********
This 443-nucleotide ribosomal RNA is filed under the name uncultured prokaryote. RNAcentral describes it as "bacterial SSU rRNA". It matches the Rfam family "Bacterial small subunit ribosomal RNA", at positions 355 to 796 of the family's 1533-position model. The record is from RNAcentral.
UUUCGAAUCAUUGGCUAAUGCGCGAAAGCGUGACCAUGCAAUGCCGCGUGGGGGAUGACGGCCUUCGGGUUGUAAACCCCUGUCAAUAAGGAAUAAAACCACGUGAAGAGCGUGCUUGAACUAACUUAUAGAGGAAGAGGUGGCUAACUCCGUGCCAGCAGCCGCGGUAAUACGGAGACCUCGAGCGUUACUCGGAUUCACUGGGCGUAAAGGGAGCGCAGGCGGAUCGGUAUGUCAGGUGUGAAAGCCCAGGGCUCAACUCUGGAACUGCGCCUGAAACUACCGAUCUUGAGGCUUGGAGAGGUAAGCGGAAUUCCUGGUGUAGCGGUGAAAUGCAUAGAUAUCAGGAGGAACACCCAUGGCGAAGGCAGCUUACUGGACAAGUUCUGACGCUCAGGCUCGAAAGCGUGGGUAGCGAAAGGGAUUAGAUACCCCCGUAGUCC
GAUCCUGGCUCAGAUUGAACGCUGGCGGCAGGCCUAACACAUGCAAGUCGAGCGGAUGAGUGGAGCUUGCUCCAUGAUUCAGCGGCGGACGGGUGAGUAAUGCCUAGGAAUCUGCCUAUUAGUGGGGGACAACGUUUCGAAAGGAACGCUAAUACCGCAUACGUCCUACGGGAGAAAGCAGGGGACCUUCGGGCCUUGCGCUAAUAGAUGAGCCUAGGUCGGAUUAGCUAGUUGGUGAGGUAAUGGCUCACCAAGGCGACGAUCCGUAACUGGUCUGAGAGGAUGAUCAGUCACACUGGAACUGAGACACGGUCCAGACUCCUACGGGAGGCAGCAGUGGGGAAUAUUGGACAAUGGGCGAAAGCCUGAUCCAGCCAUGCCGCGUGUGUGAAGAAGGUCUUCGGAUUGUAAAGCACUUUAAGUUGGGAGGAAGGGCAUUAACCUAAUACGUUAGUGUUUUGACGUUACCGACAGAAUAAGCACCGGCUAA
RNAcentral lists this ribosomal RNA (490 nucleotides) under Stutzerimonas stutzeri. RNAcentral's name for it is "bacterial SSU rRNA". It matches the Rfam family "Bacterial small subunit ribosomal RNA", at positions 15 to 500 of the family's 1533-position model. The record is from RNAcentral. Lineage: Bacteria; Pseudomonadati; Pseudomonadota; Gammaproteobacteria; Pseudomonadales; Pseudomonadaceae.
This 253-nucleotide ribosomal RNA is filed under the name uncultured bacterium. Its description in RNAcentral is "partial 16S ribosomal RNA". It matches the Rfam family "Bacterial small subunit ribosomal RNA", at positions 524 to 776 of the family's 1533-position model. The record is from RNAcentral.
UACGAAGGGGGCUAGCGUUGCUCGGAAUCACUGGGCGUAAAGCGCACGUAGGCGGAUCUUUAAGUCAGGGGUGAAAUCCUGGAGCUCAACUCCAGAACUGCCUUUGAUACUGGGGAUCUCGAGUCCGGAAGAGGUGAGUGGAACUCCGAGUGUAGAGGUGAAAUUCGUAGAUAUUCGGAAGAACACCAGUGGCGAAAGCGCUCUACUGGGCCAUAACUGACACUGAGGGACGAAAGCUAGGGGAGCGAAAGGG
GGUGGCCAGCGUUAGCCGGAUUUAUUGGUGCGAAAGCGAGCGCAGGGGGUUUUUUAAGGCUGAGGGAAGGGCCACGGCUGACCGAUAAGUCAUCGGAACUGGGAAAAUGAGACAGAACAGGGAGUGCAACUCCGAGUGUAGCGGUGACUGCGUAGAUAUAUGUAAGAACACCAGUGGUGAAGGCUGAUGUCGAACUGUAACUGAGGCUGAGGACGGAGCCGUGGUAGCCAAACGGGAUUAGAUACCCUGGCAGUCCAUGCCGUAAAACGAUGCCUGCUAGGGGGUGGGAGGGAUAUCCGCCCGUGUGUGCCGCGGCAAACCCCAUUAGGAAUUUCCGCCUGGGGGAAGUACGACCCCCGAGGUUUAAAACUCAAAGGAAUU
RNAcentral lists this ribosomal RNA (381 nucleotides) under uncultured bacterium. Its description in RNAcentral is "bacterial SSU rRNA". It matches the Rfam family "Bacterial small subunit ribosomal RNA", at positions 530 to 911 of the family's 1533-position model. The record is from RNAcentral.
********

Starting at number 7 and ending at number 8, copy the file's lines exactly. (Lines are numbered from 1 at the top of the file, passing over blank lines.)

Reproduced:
GGUGGCCAGCGUUAGCCGGAUUUAUUGGUGCGAAAGCGAGCGCAGGGGGUUUUUUAAGGCUGAGGGAAGGGCCACGGCUGACCGAUAAGUCAUCGGAACUGGGAAAAUGAGACAGAACAGGGAGUGCAACUCCGAGUGUAGCGGUGACUGCGUAGAUAUAUGUAAGAACACCAGUGGUGAAGGCUGAUGUCGAACUGUAACUGAGGCUGAGGACGGAGCCGUGGUAGCCAAACGGGAUUAGAUACCCUGGCAGUCCAUGCCGUAAAACGAUGCCUGCUAGGGGGUGGGAGGGAUAUCCGCCCGUGUGUGCCGCGGCAAACCCCAUUAGGAAUUUCCGCCUGGGGGAAGUACGACCCCCGAGGUUUAAAACUCAAAGGAAUU
RNAcentral lists this ribosomal RNA (381 nucleotides) under uncultured bacterium. Its description in RNAcentral is "bacterial SSU rRNA". It matches the Rfam family "Bacterial small subunit ribosomal RNA", at positions 530 to 911 of the family's 1533-position model. The record is from RNAcentral.